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One of the most frustrating things in sewing is having your needles break. You try to do everything right but yet your needle keeps breaking. I’ve been there many times.

Why do sewing machine needles break? Sewing machine needles can break if 1. the needle is the wrong size or damaged, 2.  the machine needs to be rethreaded 3. the bobbin isn’t inserted correctly 4. the machine needs a good cleaning 5. the timing of your sewing machine needs to be adjusted.

I’ve just listed the top 5 reasons. But there are other things you can consider if these don’t solve your problem.

Let’s look a little deeper into why your sewing machine needle is breaking. It may be a combination of things or just a small adjustment that you can quickly make.


1.The #1 reason why a needle will break is because the size of the needle is wrong for the weight of your material.

I know for myself that sometimes I try to sew every project with the same sized needle. Well, I’ve found out that this doesn’t always work. 

Needles are sized from 8 – 20 in the USA. The larger the size the stronger the needle is. So if you are using a small sized needle, it will probably break if you are sewing with heavy fabric like denim.

Here is a handy chart to help you judge the needle size that might work best.

Needle SizeFabric WeightExamples
8 – 10Very LightSheers, chiffon, nylon, fine silk, light knits
11 – 12Lightpoplin, light wool, crepe, silk, spandex,
lycra, polyesters, cotton
14Mediumlinen, cotton, velvet, fleece, flannel, 
quilting fabric, knits, broadcloth, jersey
16HeavyDenim, corduroy, suiting, leather
18Very HeavyHeavy denim, upholstery fabric, leather
Heavy upholstery

2. If you are using the correct needle, your problem could be that the needle was getting old. The sewing life of a needle is 6 – 8 hours.

 3. The needle could have been dull or bent. This would have put too much pressure on the needle and caused it to break.

One of the most common ways for a needle to bend is when it hits a pin as you sew a seam. So remember to remove the pins before you get to them.

4. Double-check the position of the needle. Is it to the right or left of the hole in the throat plate. Did you just finish using a zigzag stitch? Make sure that the needle is in the center position for a straight stitch.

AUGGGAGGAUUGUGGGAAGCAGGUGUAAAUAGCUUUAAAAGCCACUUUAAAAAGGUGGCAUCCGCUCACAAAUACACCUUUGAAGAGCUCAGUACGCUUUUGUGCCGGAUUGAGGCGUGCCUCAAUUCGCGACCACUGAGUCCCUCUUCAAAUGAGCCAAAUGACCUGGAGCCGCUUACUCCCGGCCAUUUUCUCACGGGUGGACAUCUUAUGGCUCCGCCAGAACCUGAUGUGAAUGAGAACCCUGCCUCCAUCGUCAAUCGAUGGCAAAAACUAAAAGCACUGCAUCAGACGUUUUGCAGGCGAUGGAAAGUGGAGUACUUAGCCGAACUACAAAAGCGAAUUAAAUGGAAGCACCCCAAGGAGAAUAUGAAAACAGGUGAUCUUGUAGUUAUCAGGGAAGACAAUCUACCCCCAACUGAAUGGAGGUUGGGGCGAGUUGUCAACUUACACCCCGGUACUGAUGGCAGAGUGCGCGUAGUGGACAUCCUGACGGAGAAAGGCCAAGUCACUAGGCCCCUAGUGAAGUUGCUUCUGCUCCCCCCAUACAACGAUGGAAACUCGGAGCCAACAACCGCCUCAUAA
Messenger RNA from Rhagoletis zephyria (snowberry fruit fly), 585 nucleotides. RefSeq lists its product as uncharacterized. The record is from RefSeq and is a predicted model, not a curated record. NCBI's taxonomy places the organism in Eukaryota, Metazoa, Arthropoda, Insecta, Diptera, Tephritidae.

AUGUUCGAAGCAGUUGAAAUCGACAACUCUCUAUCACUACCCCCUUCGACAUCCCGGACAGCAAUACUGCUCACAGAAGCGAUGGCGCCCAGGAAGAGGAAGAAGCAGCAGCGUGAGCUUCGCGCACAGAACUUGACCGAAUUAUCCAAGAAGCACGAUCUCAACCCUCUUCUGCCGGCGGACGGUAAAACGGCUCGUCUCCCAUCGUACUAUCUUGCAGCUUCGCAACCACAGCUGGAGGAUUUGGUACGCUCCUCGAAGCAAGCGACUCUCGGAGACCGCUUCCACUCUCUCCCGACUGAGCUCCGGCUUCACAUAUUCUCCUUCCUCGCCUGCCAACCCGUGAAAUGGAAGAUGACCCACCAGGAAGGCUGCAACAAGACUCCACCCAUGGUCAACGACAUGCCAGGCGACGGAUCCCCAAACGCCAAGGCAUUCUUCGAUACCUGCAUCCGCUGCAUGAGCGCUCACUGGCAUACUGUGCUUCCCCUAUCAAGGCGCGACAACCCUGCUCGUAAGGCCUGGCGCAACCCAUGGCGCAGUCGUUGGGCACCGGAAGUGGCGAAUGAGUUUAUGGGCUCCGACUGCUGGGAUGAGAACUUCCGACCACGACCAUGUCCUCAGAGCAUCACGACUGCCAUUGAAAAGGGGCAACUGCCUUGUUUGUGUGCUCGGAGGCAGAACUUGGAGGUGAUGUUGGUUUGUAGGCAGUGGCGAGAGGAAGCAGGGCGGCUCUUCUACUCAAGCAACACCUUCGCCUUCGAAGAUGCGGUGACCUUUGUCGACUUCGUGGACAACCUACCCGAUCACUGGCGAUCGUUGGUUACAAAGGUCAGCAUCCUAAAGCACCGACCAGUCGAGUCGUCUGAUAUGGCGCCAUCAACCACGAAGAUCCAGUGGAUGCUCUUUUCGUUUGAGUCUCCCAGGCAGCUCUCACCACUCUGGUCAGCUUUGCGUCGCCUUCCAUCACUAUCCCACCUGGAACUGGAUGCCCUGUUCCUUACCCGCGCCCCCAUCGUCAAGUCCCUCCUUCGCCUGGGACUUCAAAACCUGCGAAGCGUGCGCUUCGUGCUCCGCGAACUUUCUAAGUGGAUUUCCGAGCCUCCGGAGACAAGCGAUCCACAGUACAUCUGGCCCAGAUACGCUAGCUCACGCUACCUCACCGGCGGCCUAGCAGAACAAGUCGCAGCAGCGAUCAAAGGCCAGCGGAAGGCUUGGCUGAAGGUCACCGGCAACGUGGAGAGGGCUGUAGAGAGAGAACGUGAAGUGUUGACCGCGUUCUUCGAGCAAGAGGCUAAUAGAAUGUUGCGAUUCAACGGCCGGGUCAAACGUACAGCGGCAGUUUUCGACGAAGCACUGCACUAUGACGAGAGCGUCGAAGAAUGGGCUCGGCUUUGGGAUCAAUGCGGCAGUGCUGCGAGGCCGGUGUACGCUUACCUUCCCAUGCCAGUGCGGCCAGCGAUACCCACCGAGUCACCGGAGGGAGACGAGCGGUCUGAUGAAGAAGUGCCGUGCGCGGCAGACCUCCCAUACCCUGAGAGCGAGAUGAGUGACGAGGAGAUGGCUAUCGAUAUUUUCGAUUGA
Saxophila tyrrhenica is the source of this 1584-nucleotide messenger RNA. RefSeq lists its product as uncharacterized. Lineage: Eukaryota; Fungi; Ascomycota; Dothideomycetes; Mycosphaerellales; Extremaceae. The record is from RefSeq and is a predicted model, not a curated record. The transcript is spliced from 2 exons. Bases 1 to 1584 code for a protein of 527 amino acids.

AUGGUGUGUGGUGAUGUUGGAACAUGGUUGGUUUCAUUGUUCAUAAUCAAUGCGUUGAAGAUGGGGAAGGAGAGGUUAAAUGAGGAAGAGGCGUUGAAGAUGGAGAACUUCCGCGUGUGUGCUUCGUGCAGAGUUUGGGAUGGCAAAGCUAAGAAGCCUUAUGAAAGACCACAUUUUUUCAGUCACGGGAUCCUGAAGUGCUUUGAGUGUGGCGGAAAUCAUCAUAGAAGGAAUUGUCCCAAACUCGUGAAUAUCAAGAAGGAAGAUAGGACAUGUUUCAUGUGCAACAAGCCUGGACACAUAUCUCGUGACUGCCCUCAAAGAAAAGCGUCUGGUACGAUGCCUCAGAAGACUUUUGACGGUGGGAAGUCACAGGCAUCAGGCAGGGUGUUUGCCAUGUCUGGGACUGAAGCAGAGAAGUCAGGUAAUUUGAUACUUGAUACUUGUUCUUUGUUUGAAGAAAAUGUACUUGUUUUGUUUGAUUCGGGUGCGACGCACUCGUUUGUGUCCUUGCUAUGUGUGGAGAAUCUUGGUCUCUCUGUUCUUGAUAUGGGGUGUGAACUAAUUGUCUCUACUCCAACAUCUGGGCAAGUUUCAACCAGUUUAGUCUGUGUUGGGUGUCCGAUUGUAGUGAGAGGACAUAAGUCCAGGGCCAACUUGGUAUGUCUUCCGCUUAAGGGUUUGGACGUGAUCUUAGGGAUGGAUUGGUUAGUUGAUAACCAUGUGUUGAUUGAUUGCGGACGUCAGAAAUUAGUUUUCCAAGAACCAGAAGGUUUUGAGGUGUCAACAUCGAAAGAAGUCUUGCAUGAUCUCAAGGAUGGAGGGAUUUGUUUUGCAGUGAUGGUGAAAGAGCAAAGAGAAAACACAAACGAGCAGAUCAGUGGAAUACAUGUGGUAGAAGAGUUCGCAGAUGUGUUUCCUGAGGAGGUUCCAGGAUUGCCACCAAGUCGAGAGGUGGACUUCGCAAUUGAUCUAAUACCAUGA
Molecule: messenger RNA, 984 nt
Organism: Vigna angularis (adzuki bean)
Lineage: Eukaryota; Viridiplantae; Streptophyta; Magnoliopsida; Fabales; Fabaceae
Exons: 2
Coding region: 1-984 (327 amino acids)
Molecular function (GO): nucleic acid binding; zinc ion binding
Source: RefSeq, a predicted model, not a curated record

5. Check that the needle is inserted all the way. Also, make sure that the screw on the needle clamp is secure.

Check Your Threading and Bobbin

6. After you are sure that the needle is not the problem, check the threading. Even if the thread looks like it is threaded correctly, re-thread it anyway. There may be something not quite right.

Sometimes the thread doesn’t quite go through the tension right. The thread between the tension and the needle should feel loose. If the thread feels tight, the tension will not be right. If the tension is too tight, your stitching won’t be right and it may also snap your needle.

When you re-thread the machine, make sure that the needle is at its highest point. This will help to reset the tension and will keep the needle threaded when you start sewing your seam.

7. Check how the bobbin has been inserted.

If you have a side or front loading bobbin, it’s a good idea to check your manual to make sure everything is right. These are the hardest bobbins to install. Sometimes the bobbin casing can be just a tiny bit out of the groove and cause all kinds of trouble.

***Note – A top loading bobbin is by far the easiest to use. I love them!

If the bobbin casing is not exactly in the right spot, it can cause the needle to hit it. And yes you guessed it. The needle will break.

Keep Your Machine Clean

8. Does your machine need a good cleaning? Do you see any lint or threads or dirt in the area of the bobbin? If so, your machine needs a good cleaning. The lint or dirt can cause some friction in your sewing machine. Which in turn can cause your needle to break.